In a word, the heroic spirit, as seen in heroic poetry, is the outcome of a society cut loose from its roots, of a time of migrations, of the shifting of populations.[42] But more is needed, and just this something more the age that gave birth to Homer had. We know now that before the northern people whom we call Greeks, and who called themselves Hellenes, came down into Greece, there had grown up in the basin of the AEgean a civilization splendid, wealthy, rich in art and already ancient, the civilization that has come to light at Troy, Mycenae, Tiryns, and most of all in Crete. The adventurers from North and South came upon a land rich in spoils, where a chieftain with a band of hardy followers might sack a city and dower himself and his men with sudden wealth. Such conditions, such a contact of new and old, of settled splendour beset by unbridled adventure, go to the making of a heroic age, its virtues and its vices, its obvious beauty and its hidden ugliness. In settled, social conditions, as has been well remarked, "most of the heroes would sooner or later have found themselves in prison."

A heroic age, happily for society, cannot last long; it has about it while it does last a sheen of passing and pathetic splendour, such as that which lights up the figure of Achilles, but it is bound to fade and pass. A heroic society is almost a contradiction in terms. Heroism is for individuals. If a society is to go on at all it must strike its roots deep in some soil, native or alien. The bands of adventurers must disband and go home, or settle anew on the land they have conquered. They must beat their swords into plowshares and their spears into pruning-hooks. Their gallant, glorious leader must become a sober, home-keeping, law-giving and law-abiding king; his followers must abate their individuality and make it subserve a common social purpose.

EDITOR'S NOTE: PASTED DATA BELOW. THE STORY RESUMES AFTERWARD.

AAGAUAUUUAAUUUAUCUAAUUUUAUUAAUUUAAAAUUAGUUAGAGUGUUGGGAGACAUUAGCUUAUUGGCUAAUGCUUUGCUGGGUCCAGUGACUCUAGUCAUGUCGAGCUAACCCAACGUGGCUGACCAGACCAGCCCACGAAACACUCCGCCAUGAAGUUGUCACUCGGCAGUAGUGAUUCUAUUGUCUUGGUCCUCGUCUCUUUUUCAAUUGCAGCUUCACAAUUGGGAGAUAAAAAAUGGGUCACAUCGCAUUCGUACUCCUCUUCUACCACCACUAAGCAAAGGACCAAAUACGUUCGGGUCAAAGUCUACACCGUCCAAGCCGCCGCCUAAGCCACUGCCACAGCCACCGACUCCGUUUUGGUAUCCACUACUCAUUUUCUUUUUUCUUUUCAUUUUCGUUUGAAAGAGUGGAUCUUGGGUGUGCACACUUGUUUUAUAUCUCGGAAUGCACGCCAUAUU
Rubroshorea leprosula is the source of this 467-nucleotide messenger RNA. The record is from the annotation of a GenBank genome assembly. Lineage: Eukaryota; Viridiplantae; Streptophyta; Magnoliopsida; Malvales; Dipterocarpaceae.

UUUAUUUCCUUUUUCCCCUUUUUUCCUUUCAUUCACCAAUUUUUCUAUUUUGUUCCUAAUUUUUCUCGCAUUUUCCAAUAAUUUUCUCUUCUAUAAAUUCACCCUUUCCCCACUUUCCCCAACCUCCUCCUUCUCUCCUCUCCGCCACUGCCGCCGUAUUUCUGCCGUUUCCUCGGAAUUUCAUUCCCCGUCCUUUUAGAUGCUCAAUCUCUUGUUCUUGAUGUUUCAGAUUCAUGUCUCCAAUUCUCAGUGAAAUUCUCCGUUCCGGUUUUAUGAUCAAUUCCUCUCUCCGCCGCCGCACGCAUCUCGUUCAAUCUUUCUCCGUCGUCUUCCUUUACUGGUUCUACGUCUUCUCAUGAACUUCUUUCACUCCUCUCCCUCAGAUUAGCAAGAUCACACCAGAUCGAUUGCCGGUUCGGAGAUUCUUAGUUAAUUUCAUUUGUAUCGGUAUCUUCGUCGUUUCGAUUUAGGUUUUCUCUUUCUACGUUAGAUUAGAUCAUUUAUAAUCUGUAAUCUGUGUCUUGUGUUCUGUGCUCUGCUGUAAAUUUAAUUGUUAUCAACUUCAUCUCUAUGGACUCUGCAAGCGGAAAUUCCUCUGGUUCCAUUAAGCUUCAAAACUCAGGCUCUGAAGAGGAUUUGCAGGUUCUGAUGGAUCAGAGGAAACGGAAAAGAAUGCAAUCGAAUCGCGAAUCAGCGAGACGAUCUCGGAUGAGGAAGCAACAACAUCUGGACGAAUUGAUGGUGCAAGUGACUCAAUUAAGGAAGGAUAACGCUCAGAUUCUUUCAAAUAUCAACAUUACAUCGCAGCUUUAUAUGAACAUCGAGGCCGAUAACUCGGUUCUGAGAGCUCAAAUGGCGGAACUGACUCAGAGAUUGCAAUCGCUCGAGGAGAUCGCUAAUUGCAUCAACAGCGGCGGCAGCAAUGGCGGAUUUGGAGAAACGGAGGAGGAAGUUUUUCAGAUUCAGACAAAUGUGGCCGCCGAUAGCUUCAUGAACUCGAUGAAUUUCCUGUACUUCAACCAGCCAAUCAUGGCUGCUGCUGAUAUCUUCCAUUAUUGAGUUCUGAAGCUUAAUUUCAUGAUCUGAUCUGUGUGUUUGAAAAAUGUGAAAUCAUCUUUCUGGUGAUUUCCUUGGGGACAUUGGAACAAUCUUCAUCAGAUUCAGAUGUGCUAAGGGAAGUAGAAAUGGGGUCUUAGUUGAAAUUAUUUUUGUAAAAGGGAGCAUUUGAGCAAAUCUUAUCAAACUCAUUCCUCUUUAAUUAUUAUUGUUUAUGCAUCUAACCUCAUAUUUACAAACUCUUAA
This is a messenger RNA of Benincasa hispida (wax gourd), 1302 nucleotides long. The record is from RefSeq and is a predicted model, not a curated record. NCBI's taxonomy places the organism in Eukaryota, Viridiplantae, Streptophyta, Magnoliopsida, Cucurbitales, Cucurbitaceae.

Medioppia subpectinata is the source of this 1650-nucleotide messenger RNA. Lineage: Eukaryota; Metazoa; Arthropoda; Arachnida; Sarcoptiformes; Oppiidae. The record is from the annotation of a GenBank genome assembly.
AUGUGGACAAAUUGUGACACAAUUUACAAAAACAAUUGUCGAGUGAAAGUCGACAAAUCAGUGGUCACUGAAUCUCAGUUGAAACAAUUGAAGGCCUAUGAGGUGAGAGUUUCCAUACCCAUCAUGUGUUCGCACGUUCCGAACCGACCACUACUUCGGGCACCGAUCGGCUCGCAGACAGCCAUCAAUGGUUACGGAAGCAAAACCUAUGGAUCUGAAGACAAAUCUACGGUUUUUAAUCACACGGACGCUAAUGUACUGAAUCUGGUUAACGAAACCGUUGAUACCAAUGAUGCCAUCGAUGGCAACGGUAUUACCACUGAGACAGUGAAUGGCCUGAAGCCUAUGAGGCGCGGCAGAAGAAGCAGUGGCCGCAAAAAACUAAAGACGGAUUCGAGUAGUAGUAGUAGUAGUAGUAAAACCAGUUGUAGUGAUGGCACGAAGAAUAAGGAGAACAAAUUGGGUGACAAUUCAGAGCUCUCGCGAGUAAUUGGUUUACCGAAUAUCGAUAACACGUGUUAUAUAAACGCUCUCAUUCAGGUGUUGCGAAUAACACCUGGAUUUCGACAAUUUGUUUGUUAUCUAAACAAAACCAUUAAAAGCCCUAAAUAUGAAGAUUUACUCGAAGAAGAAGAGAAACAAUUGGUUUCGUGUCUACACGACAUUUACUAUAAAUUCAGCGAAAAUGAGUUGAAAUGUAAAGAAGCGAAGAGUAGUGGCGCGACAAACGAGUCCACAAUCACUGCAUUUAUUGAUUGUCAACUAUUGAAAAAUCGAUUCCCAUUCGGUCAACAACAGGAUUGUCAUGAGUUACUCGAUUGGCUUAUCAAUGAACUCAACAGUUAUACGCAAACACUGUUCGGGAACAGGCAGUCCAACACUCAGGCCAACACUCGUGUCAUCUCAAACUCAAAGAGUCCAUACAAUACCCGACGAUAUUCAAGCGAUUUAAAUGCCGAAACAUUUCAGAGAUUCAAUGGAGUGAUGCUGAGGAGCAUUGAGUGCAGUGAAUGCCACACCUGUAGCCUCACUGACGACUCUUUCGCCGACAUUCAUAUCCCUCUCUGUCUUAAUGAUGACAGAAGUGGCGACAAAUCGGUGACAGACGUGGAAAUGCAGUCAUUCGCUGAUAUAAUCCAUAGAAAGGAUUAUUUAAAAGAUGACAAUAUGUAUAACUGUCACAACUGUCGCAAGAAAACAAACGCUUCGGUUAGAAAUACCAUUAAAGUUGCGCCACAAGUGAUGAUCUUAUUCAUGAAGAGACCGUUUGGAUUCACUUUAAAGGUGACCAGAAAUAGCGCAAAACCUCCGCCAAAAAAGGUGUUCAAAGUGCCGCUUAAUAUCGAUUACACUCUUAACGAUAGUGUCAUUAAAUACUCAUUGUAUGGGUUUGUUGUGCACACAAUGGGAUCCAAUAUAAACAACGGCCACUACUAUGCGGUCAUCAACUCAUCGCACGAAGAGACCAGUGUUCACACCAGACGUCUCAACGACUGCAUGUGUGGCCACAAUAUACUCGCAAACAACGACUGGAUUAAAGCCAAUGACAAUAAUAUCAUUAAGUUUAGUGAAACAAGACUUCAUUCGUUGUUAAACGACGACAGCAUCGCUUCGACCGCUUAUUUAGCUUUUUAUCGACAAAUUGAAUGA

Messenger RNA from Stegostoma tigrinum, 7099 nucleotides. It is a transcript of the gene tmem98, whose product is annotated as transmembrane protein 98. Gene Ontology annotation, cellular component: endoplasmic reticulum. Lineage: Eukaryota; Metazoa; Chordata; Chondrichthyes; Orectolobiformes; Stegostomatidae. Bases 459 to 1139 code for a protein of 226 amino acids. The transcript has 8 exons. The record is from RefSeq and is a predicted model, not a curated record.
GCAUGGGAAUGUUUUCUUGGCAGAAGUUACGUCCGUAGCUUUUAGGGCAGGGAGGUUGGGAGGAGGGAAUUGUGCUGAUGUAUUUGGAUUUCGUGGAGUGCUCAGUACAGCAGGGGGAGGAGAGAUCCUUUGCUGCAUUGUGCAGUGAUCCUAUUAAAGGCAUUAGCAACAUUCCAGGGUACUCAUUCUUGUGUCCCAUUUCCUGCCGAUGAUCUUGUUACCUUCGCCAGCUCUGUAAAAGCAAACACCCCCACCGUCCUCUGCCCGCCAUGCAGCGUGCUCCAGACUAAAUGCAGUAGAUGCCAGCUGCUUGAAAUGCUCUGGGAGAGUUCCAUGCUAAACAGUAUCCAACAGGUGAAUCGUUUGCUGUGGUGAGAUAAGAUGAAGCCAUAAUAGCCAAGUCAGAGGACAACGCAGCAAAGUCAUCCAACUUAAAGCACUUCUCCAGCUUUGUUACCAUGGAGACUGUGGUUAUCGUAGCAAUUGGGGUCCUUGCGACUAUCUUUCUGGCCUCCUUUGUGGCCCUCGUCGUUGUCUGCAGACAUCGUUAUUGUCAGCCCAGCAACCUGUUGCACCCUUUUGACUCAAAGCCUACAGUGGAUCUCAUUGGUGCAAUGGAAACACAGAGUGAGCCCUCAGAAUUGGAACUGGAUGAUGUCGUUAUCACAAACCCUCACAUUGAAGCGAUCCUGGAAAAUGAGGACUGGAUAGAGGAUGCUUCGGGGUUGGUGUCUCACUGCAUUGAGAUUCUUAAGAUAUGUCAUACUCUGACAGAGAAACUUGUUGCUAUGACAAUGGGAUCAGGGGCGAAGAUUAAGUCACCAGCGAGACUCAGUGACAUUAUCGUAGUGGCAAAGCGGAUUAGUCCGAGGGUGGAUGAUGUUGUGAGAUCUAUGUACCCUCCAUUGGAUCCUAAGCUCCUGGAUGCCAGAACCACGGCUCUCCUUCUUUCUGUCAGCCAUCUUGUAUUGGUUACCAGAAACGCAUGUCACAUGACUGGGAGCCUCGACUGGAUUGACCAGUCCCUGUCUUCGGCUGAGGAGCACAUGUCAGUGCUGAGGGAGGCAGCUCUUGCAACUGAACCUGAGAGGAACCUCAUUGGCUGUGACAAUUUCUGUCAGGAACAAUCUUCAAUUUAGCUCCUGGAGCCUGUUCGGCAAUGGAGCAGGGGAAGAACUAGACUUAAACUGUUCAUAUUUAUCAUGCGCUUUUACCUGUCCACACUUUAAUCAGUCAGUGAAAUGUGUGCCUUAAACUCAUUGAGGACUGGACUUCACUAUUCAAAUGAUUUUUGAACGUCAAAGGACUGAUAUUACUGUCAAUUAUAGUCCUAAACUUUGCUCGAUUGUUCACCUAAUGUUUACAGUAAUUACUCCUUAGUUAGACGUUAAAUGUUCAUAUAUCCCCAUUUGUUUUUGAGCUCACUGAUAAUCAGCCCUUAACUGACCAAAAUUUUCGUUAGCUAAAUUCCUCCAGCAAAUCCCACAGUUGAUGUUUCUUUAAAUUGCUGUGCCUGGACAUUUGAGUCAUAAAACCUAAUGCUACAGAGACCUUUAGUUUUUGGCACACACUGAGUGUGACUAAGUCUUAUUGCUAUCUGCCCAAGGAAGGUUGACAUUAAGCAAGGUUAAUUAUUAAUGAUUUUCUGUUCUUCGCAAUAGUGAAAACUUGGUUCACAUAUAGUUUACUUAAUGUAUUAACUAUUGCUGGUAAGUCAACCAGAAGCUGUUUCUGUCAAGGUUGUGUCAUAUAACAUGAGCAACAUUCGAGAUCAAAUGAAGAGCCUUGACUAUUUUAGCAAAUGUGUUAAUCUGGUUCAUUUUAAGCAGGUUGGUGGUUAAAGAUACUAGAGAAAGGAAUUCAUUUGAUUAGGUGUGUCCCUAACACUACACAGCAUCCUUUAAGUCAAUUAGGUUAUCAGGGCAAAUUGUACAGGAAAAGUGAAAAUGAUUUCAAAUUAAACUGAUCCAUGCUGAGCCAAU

Athens, in her sheltered peninsula, lay somewhat outside the tide of migrations and heroic exploits. Her population and that of all Attica remained comparatively unchanged; her kings are kings of the stationary, law-abiding, state-reforming type; Cecrops, Erechtheus, Theseus, are not splendid, flashing, all-conquering figures like Achilles and Agamemnon. Athens might, it would seem, but for the coming of Homer, have lain stagnant in a backwater of conservatism, content to go on chanting her traditional Spring Songs year by year. It is a wonderful thing that this city of Athens, beloved of the gods, should have been saved from the storm and stress, sheltered from what might have broken, even shattered her, spared the actual horrors of a heroic age, yet given heroic poetry, given the clear wine-cup poured when the ferment was over. She drank of it deep and was glad and rose up like a giant refreshed.